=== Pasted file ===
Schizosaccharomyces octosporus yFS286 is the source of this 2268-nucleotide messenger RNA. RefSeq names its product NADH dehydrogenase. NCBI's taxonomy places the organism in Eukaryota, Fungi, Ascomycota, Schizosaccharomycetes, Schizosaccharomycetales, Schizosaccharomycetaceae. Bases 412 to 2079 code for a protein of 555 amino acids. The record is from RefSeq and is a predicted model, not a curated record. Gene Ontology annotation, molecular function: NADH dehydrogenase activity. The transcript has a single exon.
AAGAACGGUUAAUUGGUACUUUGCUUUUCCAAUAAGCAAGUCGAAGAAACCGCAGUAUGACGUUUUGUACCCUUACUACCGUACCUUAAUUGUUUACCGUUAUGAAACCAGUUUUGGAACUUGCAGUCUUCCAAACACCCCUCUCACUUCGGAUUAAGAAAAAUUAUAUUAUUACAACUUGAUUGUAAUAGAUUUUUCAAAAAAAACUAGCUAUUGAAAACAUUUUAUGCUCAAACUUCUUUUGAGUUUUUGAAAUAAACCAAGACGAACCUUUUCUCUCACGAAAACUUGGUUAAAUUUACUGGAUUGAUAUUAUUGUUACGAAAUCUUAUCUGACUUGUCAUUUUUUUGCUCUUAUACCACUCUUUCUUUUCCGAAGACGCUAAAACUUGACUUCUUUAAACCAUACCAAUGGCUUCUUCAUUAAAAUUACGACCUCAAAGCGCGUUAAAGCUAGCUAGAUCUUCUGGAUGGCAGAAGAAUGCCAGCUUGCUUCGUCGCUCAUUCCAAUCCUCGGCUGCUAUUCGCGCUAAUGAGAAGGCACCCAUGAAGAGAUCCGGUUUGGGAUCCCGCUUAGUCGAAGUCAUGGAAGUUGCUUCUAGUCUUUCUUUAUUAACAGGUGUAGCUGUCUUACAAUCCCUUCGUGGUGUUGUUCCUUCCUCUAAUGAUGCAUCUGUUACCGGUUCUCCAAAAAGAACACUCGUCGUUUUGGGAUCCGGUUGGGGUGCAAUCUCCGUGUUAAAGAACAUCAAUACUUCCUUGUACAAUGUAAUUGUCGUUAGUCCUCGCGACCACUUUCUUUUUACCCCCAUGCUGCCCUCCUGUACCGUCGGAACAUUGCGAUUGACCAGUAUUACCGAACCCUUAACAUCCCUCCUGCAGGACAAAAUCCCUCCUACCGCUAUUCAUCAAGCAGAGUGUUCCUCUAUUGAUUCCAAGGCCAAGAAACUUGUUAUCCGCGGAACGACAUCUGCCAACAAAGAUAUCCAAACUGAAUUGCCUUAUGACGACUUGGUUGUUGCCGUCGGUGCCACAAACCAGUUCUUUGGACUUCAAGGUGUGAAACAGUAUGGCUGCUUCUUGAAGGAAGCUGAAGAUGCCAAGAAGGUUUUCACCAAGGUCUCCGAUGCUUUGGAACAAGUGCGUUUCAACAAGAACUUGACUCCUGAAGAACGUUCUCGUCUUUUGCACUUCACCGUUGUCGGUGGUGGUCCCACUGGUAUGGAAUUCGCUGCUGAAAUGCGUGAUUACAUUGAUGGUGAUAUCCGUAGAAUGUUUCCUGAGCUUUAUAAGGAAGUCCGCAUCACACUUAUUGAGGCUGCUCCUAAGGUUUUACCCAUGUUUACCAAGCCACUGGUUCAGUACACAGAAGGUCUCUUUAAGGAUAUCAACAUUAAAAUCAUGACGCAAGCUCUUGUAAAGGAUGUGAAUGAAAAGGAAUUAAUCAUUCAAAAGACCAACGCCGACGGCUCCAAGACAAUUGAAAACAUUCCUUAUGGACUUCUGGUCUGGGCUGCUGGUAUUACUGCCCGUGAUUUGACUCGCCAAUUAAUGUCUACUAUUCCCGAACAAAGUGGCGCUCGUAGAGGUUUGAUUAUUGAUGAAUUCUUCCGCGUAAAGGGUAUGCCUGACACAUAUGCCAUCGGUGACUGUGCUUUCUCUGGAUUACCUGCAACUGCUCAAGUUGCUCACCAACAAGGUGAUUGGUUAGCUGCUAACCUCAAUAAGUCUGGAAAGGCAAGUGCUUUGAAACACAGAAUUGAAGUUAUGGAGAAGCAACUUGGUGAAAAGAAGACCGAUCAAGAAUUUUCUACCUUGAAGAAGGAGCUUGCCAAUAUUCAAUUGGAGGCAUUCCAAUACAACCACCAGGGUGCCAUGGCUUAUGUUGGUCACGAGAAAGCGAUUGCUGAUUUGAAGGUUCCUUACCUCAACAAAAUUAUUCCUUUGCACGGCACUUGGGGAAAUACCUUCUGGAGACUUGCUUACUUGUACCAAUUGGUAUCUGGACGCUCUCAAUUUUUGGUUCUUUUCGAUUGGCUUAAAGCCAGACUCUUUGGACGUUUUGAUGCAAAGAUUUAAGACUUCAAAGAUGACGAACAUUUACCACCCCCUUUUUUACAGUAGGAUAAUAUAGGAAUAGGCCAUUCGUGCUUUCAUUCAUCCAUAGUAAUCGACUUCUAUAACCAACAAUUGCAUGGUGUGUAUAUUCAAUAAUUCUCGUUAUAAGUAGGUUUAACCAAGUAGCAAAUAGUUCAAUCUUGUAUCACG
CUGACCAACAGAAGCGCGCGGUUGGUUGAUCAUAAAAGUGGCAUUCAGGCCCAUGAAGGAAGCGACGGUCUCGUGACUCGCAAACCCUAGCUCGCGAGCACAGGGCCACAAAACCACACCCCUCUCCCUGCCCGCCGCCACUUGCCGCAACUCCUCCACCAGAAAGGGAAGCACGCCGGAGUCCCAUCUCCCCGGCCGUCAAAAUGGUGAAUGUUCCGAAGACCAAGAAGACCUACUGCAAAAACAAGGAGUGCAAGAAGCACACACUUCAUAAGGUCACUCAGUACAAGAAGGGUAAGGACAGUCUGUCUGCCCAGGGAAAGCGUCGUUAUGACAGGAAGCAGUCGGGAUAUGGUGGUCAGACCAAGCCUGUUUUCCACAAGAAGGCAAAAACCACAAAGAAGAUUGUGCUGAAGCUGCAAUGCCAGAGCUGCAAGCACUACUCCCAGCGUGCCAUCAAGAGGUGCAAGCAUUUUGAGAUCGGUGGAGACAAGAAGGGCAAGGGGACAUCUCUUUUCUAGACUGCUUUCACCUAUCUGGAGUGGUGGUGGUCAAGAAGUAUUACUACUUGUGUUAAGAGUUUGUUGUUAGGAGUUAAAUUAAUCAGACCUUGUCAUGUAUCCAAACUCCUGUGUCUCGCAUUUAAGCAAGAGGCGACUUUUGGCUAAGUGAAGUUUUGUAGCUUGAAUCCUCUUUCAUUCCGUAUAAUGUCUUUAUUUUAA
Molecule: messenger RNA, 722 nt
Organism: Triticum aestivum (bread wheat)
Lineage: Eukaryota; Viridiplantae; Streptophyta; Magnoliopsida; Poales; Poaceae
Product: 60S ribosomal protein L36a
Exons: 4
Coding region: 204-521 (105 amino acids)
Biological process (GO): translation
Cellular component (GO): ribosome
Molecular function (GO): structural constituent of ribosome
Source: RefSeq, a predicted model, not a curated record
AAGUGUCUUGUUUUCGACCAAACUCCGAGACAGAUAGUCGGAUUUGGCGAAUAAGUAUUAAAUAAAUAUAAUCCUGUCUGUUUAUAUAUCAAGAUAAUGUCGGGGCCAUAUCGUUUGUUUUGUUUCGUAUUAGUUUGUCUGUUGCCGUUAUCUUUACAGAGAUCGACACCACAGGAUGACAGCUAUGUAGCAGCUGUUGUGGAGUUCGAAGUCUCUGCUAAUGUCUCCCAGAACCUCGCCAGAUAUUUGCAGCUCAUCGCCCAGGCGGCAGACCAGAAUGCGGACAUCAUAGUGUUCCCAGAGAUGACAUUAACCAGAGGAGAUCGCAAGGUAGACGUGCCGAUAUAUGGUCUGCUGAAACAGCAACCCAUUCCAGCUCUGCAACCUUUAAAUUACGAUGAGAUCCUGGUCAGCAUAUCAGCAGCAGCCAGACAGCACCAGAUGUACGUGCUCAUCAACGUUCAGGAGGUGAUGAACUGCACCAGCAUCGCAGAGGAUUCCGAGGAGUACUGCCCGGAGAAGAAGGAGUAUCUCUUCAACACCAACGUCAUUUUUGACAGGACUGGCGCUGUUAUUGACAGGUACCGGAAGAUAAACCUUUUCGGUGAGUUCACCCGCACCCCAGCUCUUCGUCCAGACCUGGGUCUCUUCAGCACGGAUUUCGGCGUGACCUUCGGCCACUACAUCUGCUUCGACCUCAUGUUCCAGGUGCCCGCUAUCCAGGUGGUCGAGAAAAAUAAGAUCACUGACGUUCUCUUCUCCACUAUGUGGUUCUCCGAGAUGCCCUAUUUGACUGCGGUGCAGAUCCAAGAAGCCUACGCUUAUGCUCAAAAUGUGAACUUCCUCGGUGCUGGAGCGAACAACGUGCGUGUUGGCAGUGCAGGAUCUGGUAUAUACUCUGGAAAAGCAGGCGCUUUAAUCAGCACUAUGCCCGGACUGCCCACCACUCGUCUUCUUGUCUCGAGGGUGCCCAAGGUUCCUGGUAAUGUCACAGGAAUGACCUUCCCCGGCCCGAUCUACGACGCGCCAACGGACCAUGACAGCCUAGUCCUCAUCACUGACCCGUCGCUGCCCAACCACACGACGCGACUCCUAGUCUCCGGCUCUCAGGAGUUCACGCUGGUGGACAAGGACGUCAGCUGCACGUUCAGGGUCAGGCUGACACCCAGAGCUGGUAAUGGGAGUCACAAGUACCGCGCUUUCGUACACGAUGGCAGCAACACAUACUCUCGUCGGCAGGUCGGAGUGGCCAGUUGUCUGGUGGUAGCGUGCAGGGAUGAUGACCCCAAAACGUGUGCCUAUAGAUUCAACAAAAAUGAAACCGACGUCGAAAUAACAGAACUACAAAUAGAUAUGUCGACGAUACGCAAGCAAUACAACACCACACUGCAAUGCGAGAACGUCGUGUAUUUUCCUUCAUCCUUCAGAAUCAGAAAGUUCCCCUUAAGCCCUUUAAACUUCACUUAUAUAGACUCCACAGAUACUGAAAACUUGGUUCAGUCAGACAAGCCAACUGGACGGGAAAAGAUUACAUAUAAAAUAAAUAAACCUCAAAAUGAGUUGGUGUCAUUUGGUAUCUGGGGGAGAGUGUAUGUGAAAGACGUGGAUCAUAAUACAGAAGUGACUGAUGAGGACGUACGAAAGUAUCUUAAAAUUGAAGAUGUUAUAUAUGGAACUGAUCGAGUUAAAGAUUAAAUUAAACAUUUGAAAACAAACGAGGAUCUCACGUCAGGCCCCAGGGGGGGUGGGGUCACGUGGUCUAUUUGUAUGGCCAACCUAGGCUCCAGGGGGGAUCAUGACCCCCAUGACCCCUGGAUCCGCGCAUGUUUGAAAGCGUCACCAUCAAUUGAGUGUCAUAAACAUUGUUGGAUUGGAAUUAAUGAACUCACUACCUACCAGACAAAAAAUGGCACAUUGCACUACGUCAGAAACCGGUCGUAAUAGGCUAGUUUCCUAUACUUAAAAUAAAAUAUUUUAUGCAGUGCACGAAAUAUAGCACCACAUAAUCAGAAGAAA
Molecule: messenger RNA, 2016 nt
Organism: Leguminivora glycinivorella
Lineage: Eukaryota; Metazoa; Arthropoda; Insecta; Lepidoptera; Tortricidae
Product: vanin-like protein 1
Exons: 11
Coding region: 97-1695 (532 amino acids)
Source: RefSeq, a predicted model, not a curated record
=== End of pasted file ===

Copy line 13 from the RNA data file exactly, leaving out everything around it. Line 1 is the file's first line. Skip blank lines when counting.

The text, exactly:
Source: RefSeq, a predicted model, not a curated record